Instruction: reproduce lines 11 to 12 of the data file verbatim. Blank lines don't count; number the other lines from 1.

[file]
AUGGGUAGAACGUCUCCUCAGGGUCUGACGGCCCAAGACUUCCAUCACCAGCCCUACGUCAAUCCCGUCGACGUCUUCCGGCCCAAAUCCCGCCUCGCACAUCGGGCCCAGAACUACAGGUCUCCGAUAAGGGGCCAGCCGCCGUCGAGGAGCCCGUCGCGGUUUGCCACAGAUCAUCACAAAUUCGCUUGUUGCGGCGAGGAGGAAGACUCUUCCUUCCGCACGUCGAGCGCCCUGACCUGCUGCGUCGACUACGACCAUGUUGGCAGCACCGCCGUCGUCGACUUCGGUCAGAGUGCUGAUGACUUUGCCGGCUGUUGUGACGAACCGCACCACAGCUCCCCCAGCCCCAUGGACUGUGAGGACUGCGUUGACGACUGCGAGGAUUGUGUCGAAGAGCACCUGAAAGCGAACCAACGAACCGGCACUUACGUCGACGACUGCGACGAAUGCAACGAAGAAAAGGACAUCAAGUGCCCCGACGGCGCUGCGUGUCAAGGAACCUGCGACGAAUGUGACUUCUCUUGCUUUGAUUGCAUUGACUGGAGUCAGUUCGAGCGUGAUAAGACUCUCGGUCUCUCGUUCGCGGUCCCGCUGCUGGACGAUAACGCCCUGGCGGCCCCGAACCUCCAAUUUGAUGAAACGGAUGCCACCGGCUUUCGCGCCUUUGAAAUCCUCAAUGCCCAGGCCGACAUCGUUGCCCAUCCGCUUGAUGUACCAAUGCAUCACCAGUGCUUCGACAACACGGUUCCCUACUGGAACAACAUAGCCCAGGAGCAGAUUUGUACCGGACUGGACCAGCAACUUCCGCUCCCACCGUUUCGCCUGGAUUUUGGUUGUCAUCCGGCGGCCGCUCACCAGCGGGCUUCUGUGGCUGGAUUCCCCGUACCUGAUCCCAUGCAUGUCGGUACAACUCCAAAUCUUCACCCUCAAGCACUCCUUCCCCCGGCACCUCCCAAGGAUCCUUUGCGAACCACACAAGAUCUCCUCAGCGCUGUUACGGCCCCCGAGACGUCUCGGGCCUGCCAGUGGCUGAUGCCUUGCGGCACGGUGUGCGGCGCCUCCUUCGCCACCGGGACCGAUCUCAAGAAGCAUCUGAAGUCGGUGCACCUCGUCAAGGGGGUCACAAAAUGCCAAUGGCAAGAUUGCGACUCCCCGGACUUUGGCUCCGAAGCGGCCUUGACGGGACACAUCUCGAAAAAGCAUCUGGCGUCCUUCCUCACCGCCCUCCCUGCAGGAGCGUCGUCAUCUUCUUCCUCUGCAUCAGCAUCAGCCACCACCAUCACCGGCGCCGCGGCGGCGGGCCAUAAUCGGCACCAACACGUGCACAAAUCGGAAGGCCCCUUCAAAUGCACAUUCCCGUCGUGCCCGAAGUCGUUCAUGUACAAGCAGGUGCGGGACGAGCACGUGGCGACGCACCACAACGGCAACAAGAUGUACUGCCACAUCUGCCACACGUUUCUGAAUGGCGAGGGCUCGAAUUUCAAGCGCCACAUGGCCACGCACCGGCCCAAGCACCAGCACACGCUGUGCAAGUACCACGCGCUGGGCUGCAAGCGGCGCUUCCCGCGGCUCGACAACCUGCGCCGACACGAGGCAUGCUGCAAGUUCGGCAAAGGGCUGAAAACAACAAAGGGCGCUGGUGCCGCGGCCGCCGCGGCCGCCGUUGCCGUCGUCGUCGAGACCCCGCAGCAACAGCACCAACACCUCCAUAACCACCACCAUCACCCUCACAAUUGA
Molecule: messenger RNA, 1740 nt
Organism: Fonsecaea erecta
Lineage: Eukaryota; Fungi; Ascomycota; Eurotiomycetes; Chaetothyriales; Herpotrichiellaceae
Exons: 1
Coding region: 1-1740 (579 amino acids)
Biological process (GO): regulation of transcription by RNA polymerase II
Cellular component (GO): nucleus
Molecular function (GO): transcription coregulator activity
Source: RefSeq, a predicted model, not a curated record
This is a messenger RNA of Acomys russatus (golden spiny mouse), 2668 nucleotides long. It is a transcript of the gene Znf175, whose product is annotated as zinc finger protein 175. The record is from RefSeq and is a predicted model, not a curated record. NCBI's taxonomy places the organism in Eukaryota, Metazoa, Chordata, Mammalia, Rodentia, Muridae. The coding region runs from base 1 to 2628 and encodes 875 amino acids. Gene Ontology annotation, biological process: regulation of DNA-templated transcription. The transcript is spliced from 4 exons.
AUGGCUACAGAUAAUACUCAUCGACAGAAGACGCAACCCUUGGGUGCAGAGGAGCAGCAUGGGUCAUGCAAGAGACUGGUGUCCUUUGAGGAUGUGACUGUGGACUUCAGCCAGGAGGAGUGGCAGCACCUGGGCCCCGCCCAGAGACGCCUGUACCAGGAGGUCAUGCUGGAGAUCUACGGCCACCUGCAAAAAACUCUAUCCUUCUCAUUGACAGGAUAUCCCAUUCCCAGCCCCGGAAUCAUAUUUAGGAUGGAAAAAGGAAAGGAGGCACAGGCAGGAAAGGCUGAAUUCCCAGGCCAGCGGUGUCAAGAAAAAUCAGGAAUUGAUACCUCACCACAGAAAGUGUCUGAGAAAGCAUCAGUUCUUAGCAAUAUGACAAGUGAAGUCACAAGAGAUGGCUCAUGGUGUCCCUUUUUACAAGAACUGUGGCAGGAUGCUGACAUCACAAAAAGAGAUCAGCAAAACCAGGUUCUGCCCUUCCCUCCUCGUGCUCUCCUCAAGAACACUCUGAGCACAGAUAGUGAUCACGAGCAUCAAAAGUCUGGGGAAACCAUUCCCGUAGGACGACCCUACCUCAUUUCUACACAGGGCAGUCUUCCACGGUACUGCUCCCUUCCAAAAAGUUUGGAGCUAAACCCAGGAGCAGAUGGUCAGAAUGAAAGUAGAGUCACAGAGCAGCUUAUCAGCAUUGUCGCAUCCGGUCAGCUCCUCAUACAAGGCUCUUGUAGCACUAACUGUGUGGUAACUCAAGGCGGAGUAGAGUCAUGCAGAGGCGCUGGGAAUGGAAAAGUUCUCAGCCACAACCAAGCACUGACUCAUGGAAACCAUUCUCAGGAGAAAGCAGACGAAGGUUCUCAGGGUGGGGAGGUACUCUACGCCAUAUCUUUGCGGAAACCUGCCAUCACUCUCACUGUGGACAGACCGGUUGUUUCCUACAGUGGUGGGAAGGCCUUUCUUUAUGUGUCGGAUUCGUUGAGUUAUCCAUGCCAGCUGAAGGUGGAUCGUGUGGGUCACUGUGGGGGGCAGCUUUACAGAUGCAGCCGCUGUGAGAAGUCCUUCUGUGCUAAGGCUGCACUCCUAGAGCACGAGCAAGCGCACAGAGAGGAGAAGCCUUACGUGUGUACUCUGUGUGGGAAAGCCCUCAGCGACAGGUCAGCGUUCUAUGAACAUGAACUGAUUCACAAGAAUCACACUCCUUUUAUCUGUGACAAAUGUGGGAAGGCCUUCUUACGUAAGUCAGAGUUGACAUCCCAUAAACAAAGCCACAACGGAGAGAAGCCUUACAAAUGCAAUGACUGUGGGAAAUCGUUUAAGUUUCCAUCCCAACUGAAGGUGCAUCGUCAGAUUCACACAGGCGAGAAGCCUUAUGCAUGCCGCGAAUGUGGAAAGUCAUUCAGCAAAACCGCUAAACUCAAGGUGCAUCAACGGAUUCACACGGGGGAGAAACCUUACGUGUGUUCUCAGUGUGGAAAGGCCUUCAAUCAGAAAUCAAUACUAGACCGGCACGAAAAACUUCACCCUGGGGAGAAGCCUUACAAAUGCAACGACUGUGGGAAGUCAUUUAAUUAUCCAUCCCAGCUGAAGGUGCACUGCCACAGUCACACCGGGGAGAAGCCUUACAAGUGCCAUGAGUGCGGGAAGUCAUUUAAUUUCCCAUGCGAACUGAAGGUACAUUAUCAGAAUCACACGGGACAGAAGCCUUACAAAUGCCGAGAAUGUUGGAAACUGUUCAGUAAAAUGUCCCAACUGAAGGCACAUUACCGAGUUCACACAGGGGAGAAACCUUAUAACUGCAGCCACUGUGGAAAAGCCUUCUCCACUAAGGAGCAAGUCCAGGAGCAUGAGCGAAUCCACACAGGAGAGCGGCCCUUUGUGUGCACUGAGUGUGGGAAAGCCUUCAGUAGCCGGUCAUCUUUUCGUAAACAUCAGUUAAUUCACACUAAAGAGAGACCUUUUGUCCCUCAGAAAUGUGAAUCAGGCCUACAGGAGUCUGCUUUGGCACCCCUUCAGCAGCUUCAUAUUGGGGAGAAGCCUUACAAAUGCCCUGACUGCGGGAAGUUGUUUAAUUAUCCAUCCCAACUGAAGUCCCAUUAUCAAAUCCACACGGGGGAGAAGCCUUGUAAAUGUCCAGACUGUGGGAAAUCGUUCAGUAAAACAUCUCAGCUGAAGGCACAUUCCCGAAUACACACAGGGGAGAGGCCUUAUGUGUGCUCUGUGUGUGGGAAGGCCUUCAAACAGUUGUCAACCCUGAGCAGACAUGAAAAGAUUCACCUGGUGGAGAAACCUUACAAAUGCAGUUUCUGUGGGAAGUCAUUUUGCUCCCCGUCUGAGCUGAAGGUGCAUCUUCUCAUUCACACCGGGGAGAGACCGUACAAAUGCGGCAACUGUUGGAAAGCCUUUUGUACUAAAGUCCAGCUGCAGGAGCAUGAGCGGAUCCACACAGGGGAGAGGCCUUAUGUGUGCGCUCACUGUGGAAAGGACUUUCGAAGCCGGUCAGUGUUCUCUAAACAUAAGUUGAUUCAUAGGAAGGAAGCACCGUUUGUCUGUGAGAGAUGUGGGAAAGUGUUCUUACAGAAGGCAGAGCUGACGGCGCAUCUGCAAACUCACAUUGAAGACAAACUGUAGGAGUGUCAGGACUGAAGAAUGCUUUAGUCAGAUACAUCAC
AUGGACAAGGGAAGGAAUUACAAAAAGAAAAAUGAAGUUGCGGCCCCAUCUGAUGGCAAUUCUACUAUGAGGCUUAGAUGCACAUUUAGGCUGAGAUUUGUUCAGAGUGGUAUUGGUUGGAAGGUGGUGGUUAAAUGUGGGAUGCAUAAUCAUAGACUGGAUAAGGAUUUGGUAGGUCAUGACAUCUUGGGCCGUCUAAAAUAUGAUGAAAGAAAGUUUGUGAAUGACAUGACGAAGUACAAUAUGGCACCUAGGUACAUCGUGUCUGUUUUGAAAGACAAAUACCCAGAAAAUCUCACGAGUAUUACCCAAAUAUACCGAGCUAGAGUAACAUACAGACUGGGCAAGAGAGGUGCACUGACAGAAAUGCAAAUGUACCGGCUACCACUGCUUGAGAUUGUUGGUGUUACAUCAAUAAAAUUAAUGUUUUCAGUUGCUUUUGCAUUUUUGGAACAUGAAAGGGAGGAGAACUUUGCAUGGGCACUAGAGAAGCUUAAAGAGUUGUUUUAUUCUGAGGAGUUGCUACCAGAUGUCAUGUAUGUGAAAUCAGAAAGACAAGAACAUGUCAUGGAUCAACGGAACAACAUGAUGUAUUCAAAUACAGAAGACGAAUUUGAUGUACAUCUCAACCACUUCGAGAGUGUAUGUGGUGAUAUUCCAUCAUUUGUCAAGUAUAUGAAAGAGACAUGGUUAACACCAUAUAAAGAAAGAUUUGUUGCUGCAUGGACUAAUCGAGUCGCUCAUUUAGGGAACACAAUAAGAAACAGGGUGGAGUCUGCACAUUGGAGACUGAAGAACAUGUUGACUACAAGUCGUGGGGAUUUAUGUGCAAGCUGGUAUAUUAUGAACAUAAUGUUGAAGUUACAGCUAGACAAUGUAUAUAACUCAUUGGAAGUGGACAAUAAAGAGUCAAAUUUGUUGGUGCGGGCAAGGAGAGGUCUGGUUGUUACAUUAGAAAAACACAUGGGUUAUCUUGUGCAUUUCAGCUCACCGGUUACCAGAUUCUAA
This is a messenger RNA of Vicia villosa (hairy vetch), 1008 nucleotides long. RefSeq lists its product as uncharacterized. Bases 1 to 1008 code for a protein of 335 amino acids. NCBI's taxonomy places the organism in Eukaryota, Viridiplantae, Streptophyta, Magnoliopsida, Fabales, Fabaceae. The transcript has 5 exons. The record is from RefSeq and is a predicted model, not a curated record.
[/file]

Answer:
This is a messenger RNA of Acomys russatus (golden spiny mouse), 2668 nucleotides long. It is a transcript of the gene Znf175, whose product is annotated as zinc finger protein 175. The record is from RefSeq and is a predicted model, not a curated record. NCBI's taxonomy places the organism in Eukaryota, Metazoa, Chordata, Mammalia, Rodentia, Muridae. The coding region runs from base 1 to 2628 and encodes 875 amino acids. Gene Ontology annotation, biological process: regulation of DNA-templated transcription. The transcript is spliced from 4 exons.
AUGGCUACAGAUAAUACUCAUCGACAGAAGACGCAACCCUUGGGUGCAGAGGAGCAGCAUGGGUCAUGCAAGAGACUGGUGUCCUUUGAGGAUGUGACUGUGGACUUCAGCCAGGAGGAGUGGCAGCACCUGGGCCCCGCCCAGAGACGCCUGUACCAGGAGGUCAUGCUGGAGAUCUACGGCCACCUGCAAAAAACUCUAUCCUUCUCAUUGACAGGAUAUCCCAUUCCCAGCCCCGGAAUCAUAUUUAGGAUGGAAAAAGGAAAGGAGGCACAGGCAGGAAAGGCUGAAUUCCCAGGCCAGCGGUGUCAAGAAAAAUCAGGAAUUGAUACCUCACCACAGAAAGUGUCUGAGAAAGCAUCAGUUCUUAGCAAUAUGACAAGUGAAGUCACAAGAGAUGGCUCAUGGUGUCCCUUUUUACAAGAACUGUGGCAGGAUGCUGACAUCACAAAAAGAGAUCAGCAAAACCAGGUUCUGCCCUUCCCUCCUCGUGCUCUCCUCAAGAACACUCUGAGCACAGAUAGUGAUCACGAGCAUCAAAAGUCUGGGGAAACCAUUCCCGUAGGACGACCCUACCUCAUUUCUACACAGGGCAGUCUUCCACGGUACUGCUCCCUUCCAAAAAGUUUGGAGCUAAACCCAGGAGCAGAUGGUCAGAAUGAAAGUAGAGUCACAGAGCAGCUUAUCAGCAUUGUCGCAUCCGGUCAGCUCCUCAUACAAGGCUCUUGUAGCACUAACUGUGUGGUAACUCAAGGCGGAGUAGAGUCAUGCAGAGGCGCUGGGAAUGGAAAAGUUCUCAGCCACAACCAAGCACUGACUCAUGGAAACCAUUCUCAGGAGAAAGCAGACGAAGGUUCUCAGGGUGGGGAGGUACUCUACGCCAUAUCUUUGCGGAAACCUGCCAUCACUCUCACUGUGGACAGACCGGUUGUUUCCUACAGUGGUGGGAAGGCCUUUCUUUAUGUGUCGGAUUCGUUGAGUUAUCCAUGCCAGCUGAAGGUGGAUCGUGUGGGUCACUGUGGGGGGCAGCUUUACAGAUGCAGCCGCUGUGAGAAGUCCUUCUGUGCUAAGGCUGCACUCCUAGAGCACGAGCAAGCGCACAGAGAGGAGAAGCCUUACGUGUGUACUCUGUGUGGGAAAGCCCUCAGCGACAGGUCAGCGUUCUAUGAACAUGAACUGAUUCACAAGAAUCACACUCCUUUUAUCUGUGACAAAUGUGGGAAGGCCUUCUUACGUAAGUCAGAGUUGACAUCCCAUAAACAAAGCCACAACGGAGAGAAGCCUUACAAAUGCAAUGACUGUGGGAAAUCGUUUAAGUUUCCAUCCCAACUGAAGGUGCAUCGUCAGAUUCACACAGGCGAGAAGCCUUAUGCAUGCCGCGAAUGUGGAAAGUCAUUCAGCAAAACCGCUAAACUCAAGGUGCAUCAACGGAUUCACACGGGGGAGAAACCUUACGUGUGUUCUCAGUGUGGAAAGGCCUUCAAUCAGAAAUCAAUACUAGACCGGCACGAAAAACUUCACCCUGGGGAGAAGCCUUACAAAUGCAACGACUGUGGGAAGUCAUUUAAUUAUCCAUCCCAGCUGAAGGUGCACUGCCACAGUCACACCGGGGAGAAGCCUUACAAGUGCCAUGAGUGCGGGAAGUCAUUUAAUUUCCCAUGCGAACUGAAGGUACAUUAUCAGAAUCACACGGGACAGAAGCCUUACAAAUGCCGAGAAUGUUGGAAACUGUUCAGUAAAAUGUCCCAACUGAAGGCACAUUACCGAGUUCACACAGGGGAGAAACCUUAUAACUGCAGCCACUGUGGAAAAGCCUUCUCCACUAAGGAGCAAGUCCAGGAGCAUGAGCGAAUCCACACAGGAGAGCGGCCCUUUGUGUGCACUGAGUGUGGGAAAGCCUUCAGUAGCCGGUCAUCUUUUCGUAAACAUCAGUUAAUUCACACUAAAGAGAGACCUUUUGUCCCUCAGAAAUGUGAAUCAGGCCUACAGGAGUCUGCUUUGGCACCCCUUCAGCAGCUUCAUAUUGGGGAGAAGCCUUACAAAUGCCCUGACUGCGGGAAGUUGUUUAAUUAUCCAUCCCAACUGAAGUCCCAUUAUCAAAUCCACACGGGGGAGAAGCCUUGUAAAUGUCCAGACUGUGGGAAAUCGUUCAGUAAAACAUCUCAGCUGAAGGCACAUUCCCGAAUACACACAGGGGAGAGGCCUUAUGUGUGCUCUGUGUGUGGGAAGGCCUUCAAACAGUUGUCAACCCUGAGCAGACAUGAAAAGAUUCACCUGGUGGAGAAACCUUACAAAUGCAGUUUCUGUGGGAAGUCAUUUUGCUCCCCGUCUGAGCUGAAGGUGCAUCUUCUCAUUCACACCGGGGAGAGACCGUACAAAUGCGGCAACUGUUGGAAAGCCUUUUGUACUAAAGUCCAGCUGCAGGAGCAUGAGCGGAUCCACACAGGGGAGAGGCCUUAUGUGUGCGCUCACUGUGGAAAGGACUUUCGAAGCCGGUCAGUGUUCUCUAAACAUAAGUUGAUUCAUAGGAAGGAAGCACCGUUUGUCUGUGAGAGAUGUGGGAAAGUGUUCUUACAGAAGGCAGAGCUGACGGCGCAUCUGCAAACUCACAUUGAAGACAAACUGUAGGAGUGUCAGGACUGAAGAAUGCUUUAGUCAGAUACAUCAC